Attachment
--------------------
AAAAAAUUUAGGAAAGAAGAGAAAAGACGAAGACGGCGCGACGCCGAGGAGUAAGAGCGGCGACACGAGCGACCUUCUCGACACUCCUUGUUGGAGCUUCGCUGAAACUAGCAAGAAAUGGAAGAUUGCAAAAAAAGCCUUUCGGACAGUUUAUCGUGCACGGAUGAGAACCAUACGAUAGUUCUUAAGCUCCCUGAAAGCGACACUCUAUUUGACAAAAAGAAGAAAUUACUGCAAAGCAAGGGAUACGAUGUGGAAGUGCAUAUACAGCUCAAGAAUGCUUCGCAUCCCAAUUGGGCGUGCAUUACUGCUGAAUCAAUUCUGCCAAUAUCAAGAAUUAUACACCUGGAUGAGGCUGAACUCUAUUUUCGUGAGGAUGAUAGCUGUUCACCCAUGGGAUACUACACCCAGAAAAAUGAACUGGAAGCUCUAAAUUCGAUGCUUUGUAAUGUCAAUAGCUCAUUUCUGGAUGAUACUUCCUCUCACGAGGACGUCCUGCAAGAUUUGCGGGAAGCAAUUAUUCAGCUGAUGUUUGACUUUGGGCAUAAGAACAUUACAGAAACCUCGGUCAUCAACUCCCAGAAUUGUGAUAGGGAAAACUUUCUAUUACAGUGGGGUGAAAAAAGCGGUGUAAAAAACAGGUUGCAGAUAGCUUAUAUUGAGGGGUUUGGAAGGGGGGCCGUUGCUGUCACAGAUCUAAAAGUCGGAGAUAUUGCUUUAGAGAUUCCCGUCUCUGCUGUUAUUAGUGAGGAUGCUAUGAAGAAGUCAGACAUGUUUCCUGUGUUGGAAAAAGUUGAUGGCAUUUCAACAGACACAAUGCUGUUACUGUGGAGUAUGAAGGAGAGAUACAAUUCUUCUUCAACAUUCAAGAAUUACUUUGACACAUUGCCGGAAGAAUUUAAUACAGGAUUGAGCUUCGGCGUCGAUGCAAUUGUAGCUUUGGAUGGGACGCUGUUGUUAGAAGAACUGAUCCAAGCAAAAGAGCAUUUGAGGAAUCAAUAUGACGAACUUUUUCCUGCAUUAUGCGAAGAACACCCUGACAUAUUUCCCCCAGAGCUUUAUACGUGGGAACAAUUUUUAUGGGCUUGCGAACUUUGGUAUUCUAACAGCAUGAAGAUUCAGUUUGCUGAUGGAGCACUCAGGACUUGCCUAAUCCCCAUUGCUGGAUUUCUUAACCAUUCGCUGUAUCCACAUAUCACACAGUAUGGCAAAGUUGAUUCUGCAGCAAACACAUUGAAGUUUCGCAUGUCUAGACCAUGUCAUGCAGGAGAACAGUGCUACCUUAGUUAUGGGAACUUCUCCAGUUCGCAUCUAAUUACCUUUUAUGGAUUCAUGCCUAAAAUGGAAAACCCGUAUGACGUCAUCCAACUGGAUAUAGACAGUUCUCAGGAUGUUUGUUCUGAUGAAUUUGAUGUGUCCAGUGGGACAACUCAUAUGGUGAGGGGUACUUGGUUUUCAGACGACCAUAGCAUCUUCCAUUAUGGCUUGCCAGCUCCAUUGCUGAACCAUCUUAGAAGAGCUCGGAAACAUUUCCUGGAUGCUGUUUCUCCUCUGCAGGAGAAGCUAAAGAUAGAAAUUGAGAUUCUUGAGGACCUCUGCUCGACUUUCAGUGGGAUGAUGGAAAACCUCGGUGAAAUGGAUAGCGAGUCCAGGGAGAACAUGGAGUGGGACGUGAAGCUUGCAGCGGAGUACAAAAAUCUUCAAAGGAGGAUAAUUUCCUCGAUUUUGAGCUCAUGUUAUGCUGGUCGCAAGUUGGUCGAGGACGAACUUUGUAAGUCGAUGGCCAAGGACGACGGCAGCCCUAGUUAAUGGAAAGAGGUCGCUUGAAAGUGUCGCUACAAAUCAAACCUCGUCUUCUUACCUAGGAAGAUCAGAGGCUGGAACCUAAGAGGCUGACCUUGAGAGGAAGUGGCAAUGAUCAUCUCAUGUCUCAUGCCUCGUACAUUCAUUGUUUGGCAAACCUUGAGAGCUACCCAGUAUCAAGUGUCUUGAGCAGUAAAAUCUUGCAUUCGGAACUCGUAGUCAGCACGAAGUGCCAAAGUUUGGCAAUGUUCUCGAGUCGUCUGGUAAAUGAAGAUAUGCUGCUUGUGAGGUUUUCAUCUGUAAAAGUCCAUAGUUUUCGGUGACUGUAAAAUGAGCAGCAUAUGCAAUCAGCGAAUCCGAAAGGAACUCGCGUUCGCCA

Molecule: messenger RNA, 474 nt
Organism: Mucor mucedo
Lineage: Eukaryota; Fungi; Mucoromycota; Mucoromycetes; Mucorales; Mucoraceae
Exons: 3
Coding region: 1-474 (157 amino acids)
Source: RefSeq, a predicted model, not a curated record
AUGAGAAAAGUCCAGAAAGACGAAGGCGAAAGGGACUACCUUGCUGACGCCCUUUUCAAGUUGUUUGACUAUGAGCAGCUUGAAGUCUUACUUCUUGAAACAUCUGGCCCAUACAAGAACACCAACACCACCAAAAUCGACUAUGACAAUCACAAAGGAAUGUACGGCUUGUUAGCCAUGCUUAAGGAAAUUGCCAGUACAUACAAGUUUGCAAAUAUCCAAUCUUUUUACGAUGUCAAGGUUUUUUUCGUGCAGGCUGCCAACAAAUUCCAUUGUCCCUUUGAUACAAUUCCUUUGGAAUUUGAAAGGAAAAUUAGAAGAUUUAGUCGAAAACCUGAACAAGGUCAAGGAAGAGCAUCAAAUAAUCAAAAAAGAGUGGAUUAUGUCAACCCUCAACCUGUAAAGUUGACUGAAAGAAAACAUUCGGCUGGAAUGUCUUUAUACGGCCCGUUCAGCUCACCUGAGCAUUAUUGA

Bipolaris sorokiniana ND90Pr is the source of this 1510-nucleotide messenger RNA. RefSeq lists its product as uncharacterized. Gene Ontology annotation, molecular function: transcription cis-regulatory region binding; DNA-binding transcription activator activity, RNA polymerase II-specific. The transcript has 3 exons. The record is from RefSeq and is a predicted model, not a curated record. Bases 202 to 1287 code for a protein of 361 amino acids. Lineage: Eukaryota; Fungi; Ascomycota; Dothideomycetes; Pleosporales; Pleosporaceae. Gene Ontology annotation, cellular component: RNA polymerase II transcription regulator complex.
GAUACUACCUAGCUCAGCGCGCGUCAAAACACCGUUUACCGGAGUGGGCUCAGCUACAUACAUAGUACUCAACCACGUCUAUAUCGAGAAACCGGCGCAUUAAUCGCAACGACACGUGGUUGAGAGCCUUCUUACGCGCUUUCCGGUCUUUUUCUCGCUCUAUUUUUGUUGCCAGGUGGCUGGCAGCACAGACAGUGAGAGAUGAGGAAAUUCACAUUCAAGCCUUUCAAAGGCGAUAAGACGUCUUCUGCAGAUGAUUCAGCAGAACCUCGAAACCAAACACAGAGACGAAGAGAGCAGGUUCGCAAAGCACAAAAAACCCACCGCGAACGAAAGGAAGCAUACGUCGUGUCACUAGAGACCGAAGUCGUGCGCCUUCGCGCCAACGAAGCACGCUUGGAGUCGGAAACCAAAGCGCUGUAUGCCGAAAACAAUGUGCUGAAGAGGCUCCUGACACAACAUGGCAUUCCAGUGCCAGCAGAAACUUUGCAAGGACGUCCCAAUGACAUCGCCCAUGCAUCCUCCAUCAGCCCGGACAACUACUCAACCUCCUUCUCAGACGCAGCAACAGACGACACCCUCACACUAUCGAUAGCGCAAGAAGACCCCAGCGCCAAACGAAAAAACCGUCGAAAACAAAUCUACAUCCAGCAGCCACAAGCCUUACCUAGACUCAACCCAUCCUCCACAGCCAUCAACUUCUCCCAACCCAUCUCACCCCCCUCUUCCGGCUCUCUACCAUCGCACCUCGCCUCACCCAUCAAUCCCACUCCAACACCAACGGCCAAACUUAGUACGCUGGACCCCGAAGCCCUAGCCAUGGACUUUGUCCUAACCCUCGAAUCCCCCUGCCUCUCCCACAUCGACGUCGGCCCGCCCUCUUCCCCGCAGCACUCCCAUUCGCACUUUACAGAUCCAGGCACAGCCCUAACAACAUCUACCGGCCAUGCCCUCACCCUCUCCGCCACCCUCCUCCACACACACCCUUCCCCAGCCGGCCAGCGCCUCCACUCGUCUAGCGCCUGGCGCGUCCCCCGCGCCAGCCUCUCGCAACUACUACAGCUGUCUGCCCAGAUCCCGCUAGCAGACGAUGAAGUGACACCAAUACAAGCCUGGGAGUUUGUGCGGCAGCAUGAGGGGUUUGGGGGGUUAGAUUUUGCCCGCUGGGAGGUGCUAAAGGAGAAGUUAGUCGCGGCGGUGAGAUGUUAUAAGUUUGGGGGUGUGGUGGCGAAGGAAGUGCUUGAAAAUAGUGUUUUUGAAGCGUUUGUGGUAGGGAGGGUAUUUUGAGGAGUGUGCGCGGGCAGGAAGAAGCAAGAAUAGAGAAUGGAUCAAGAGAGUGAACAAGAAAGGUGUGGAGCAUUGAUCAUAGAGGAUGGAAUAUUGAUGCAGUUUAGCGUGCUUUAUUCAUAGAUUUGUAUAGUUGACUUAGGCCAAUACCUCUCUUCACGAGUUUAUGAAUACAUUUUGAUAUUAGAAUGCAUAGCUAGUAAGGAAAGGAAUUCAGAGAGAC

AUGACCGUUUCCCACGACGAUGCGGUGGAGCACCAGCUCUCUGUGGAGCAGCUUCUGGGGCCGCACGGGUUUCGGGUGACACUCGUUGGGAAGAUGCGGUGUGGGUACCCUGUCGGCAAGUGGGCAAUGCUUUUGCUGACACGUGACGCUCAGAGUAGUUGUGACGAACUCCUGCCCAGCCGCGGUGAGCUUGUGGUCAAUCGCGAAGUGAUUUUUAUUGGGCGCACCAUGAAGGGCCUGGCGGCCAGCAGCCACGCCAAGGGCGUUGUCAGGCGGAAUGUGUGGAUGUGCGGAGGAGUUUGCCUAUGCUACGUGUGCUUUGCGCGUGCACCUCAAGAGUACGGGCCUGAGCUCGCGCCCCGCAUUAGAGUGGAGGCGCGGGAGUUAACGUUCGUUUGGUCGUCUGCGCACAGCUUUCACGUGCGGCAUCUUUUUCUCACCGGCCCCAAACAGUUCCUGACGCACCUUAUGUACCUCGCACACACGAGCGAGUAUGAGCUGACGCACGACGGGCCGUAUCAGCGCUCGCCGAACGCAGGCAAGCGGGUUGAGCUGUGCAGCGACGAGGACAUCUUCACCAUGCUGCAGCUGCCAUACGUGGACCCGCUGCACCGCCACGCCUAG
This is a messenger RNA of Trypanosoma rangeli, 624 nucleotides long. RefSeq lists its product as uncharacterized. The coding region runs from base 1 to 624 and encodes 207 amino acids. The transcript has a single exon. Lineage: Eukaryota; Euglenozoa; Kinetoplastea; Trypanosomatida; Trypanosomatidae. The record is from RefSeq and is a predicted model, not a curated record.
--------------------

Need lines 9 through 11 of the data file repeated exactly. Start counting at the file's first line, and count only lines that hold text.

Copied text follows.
Bipolaris sorokiniana ND90Pr is the source of this 1510-nucleotide messenger RNA. RefSeq lists its product as uncharacterized. Gene Ontology annotation, molecular function: transcription cis-regulatory region binding; DNA-binding transcription activator activity, RNA polymerase II-specific. The transcript has 3 exons. The record is from RefSeq and is a predicted model, not a curated record. Bases 202 to 1287 code for a protein of 361 amino acids. Lineage: Eukaryota; Fungi; Ascomycota; Dothideomycetes; Pleosporales; Pleosporaceae. Gene Ontology annotation, cellular component: RNA polymerase II transcription regulator complex.
GAUACUACCUAGCUCAGCGCGCGUCAAAACACCGUUUACCGGAGUGGGCUCAGCUACAUACAUAGUACUCAACCACGUCUAUAUCGAGAAACCGGCGCAUUAAUCGCAACGACACGUGGUUGAGAGCCUUCUUACGCGCUUUCCGGUCUUUUUCUCGCUCUAUUUUUGUUGCCAGGUGGCUGGCAGCACAGACAGUGAGAGAUGAGGAAAUUCACAUUCAAGCCUUUCAAAGGCGAUAAGACGUCUUCUGCAGAUGAUUCAGCAGAACCUCGAAACCAAACACAGAGACGAAGAGAGCAGGUUCGCAAAGCACAAAAAACCCACCGCGAACGAAAGGAAGCAUACGUCGUGUCACUAGAGACCGAAGUCGUGCGCCUUCGCGCCAACGAAGCACGCUUGGAGUCGGAAACCAAAGCGCUGUAUGCCGAAAACAAUGUGCUGAAGAGGCUCCUGACACAACAUGGCAUUCCAGUGCCAGCAGAAACUUUGCAAGGACGUCCCAAUGACAUCGCCCAUGCAUCCUCCAUCAGCCCGGACAACUACUCAACCUCCUUCUCAGACGCAGCAACAGACGACACCCUCACACUAUCGAUAGCGCAAGAAGACCCCAGCGCCAAACGAAAAAACCGUCGAAAACAAAUCUACAUCCAGCAGCCACAAGCCUUACCUAGACUCAACCCAUCCUCCACAGCCAUCAACUUCUCCCAACCCAUCUCACCCCCCUCUUCCGGCUCUCUACCAUCGCACCUCGCCUCACCCAUCAAUCCCACUCCAACACCAACGGCCAAACUUAGUACGCUGGACCCCGAAGCCCUAGCCAUGGACUUUGUCCUAACCCUCGAAUCCCCCUGCCUCUCCCACAUCGACGUCGGCCCGCCCUCUUCCCCGCAGCACUCCCAUUCGCACUUUACAGAUCCAGGCACAGCCCUAACAACAUCUACCGGCCAUGCCCUCACCCUCUCCGCCACCCUCCUCCACACACACCCUUCCCCAGCCGGCCAGCGCCUCCACUCGUCUAGCGCCUGGCGCGUCCCCCGCGCCAGCCUCUCGCAACUACUACAGCUGUCUGCCCAGAUCCCGCUAGCAGACGAUGAAGUGACACCAAUACAAGCCUGGGAGUUUGUGCGGCAGCAUGAGGGGUUUGGGGGGUUAGAUUUUGCCCGCUGGGAGGUGCUAAAGGAGAAGUUAGUCGCGGCGGUGAGAUGUUAUAAGUUUGGGGGUGUGGUGGCGAAGGAAGUGCUUGAAAAUAGUGUUUUUGAAGCGUUUGUGGUAGGGAGGGUAUUUUGAGGAGUGUGCGCGGGCAGGAAGAAGCAAGAAUAGAGAAUGGAUCAAGAGAGUGAACAAGAAAGGUGUGGAGCAUUGAUCAUAGAGGAUGGAAUAUUGAUGCAGUUUAGCGUGCUUUAUUCAUAGAUUUGUAUAGUUGACUUAGGCCAAUACCUCUCUUCACGAGUUUAUGAAUACAUUUUGAUAUUAGAAUGCAUAGCUAGUAAGGAAAGGAAUUCAGAGAGAC

AUGACCGUUUCCCACGACGAUGCGGUGGAGCACCAGCUCUCUGUGGAGCAGCUUCUGGGGCCGCACGGGUUUCGGGUGACACUCGUUGGGAAGAUGCGGUGUGGGUACCCUGUCGGCAAGUGGGCAAUGCUUUUGCUGACACGUGACGCUCAGAGUAGUUGUGACGAACUCCUGCCCAGCCGCGGUGAGCUUGUGGUCAAUCGCGAAGUGAUUUUUAUUGGGCGCACCAUGAAGGGCCUGGCGGCCAGCAGCCACGCCAAGGGCGUUGUCAGGCGGAAUGUGUGGAUGUGCGGAGGAGUUUGCCUAUGCUACGUGUGCUUUGCGCGUGCACCUCAAGAGUACGGGCCUGAGCUCGCGCCCCGCAUUAGAGUGGAGGCGCGGGAGUUAACGUUCGUUUGGUCGUCUGCGCACAGCUUUCACGUGCGGCAUCUUUUUCUCACCGGCCCCAAACAGUUCCUGACGCACCUUAUGUACCUCGCACACACGAGCGAGUAUGAGCUGACGCACGACGGGCCGUAUCAGCGCUCGCCGAACGCAGGCAAGCGGGUUGAGCUGUGCAGCGACGAGGACAUCUUCACCAUGCUGCAGCUGCCAUACGUGGACCCGCUGCACCGCCACGCCUAG